In 1963 Dionicio Morales, the son of Mexican American farmworkers, founded the Mexican American Opportunity Foundation (MAOF)
in East Los Angeles to better the lives of Mexican American families by providing services such as education and job training.
MAOF has endured and prospered for nearly five decades, working in partnership with government entities, organized labor,
private foundations, and the community at large.
This collection includes newspaper clippings, photographs, correspondence, personal papers documenting Morales's family history,
manuscripts, and organizational papers reflecting his work with the MAOF and numerous other public entities. The collection
is heavily weighted toward photographic documentation, providing a unique visual record of Mexican American family, culture,
and social organizing throughout the twentieth century. The collection is also notable in that it contains typed, hand-notated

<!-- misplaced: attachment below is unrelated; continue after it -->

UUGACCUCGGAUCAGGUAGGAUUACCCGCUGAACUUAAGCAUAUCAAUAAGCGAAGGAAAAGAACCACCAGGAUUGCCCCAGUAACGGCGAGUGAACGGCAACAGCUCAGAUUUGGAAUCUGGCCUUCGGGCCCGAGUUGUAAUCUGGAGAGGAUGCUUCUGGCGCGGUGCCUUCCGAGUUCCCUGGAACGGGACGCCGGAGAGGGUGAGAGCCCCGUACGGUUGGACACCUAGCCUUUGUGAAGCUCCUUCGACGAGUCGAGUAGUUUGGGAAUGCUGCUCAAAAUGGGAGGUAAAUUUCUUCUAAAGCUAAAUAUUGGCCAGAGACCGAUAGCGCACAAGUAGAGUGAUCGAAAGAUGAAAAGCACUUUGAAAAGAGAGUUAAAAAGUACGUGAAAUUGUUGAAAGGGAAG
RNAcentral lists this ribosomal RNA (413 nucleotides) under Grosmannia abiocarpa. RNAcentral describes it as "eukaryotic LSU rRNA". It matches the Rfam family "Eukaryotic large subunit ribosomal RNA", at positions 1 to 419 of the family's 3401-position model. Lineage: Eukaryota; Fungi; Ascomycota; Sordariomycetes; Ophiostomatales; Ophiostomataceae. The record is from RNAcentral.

drafts of many of Morales's speeches and lectures.
Born in Yuma, Arizona, in 1918, and raised in Moorpark, California, by farmworker parents, Dionicio Morales witnessed at a
very young age the hardships associated with agricultural labor and the injustices confronting Mexican Americans in a society
that was still largely segregated. Although Morales struggled to get an education, he stated that he had inherited a "sense
of determination and dogged persistence" from his father, who fought for a better life for his family. Morales persevered,
first graduating from Moorpark High School in 1937 and then attending Santa Barbara State College. He went on to major in
sociology at the University of Southern California, where he obtained his degree in 1944.
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